Here’s another transcript. Started cleaning it up a little bit about half way through. Great conversation between Joe Rogan and Russell Brand. Continue reading “Transcript of “Joe Rogan Experience #1283 – Russell Brand””
“Time feels especially shallow these days, as the wave of one horror barely crests before it’s devoured by the next, as every morning’s shocking headline is old news by the afternoon.”
In today’s fast-paced digital world, making the time to read intensively has been a constant struggle for me. I get distracted easily, my phone is a sure-fire way to get easy, fast, and cheap entertainment. I browse reddit endlessly for hours. It’s hilarious and I laugh a lot when I surf through the content. But what have I gained? How have I improved by reading this content? What I have learned? Nothing substantial. Feels great in the moment, but afterward I’m left looking behind at a gross void of wasted time.
I don’t think I’m alone in this, nor is this a new problem. One of my favorite Mark Twain quotes, “a Classic is something everyone wants to have read, but no one wants to read” hits just a little too close for home for me. Even Twain’s pre-digital age, the world was full of great literature, and few people wanted to put forth the effort to read Moby Dick or Les Miserables. I gaze longingly on this wonderful reading list and cringe with terror. How will I ever begin? How can I understand this stuff? Who will help me?
I guess the journey to a finished book begins with a single page. I need to be patient with my progress.
This musing was brought to you by a recently-published article: Reading in the Age of Constant Distraction by Mairead Small Staid. Written February 8, 2019. Continue reading “Reading “Intensively” (Vertical Reading) vs. Reading “Extensively” (Horizontal Reading)”
“The donkey brayed, the dog barked, the cat mewed, and the cock screamed.”
This is a continuation of my “Secular Lessons“.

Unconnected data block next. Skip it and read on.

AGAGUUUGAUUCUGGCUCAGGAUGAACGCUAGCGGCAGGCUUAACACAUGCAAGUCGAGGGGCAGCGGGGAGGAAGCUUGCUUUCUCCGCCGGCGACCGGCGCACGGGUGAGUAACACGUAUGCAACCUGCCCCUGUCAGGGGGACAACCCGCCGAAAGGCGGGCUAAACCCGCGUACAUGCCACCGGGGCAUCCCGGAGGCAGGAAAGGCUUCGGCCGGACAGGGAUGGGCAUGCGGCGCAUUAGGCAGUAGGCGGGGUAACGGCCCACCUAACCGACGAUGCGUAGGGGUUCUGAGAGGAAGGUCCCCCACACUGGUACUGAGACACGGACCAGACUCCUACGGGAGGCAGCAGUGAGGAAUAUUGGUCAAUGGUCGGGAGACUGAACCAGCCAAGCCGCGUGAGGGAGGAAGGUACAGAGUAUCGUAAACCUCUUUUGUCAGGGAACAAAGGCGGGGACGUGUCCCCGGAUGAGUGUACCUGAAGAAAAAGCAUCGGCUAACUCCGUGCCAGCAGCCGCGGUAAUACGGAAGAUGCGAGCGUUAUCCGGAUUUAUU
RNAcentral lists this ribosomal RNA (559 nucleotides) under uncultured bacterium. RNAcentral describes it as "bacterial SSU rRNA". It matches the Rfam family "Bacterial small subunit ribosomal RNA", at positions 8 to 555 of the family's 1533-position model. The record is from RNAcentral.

This is a funny little story about teamwork and farm animals–from the Brothers Grimm, “The Traveling Musicians”. Continue reading “The Traveling Musicians | The Brothers Grimm”
From repairing a well to building a chapel window–all the basics are here.
A friend of mine recommended this documentary series on a group of folks building a medieval castle in France. I am totally hooked. I would love to join these guys for a few weeks to help them build this castle. I’d literally be working my ass off, but it would be so neat! Continue reading “How to Build a Castle”
Answer: There’s no Substitution for Practice.
Today, I was listening to a panel of well-known science communicators and towards the end during the Q&A session, someone asked “I’ve always wanted to be an astronautical engineer, but I’m horrible at math. I’ve got lots of passion. Can this dream ever be a reality, and where do I start?” Continue reading ““I’m bad at math.””
Today I broke out a harp music book in front of my kid for the first time since I started reading books to him. It’s been a while since I played from a music book, I’m not gonna lie. Since he’s been born, I’ve been busy with reading guitar and ukulele chords/tabs because they’re way easier, and also a lot of fun. (By the way, for those that aren’t in the “harp club”, harp music looks almost the same as piano music. There’s a treble clef and a bass clef with “golf club” notes on a 5-lined staff.) I’ve never been particularly gifted at reading music, because I generally prefer learning tunes by ear. Continue reading “Teaching Toddlers Music”
Ok, I know this is a bit of a departure from the usual content on here. I have an almost two year old who loves to look at pictures and name things. So let’s look at pictures and name things. It makes great blogging material! If you happen to have a 2-year old, show them this post, they’ll love it. Talk about color, texture of taste of the fruits. Then go to the store an buy them!
Continue reading “The Fruits”
Be better at having discussions with people that have ideas different from your own.
I’ve made the plunge and I purchased the Atheos app. I highly recommend you do so as well if you are a lover of knowledge and would like to be better at having discussions with people that have ideas that differ from your own. While the app mostly applies to having discussions about religion, I’ve found myself using the method for navigating political/social issues too. In summary, here are the themes, or “10 commandments” of Epistemology. Continue reading “The 10 Commandments of Epistemology”
Image Source: withbeautiful
“If we were to peel away all of our layers of fear and hatred, and peel them back until we’re able to see eye-to-eye, and recognize that we’re actually all the same. We want the same things; we want to be loved, we want to belong, we want to live our lives and provide for our children. The only things that actually matter are kindness, compassion and love. If we could peel away our layers, and just get down to the one where we see eye-to-eye—then I think we’d have a very different world.” Continue reading ““…We want the same things…””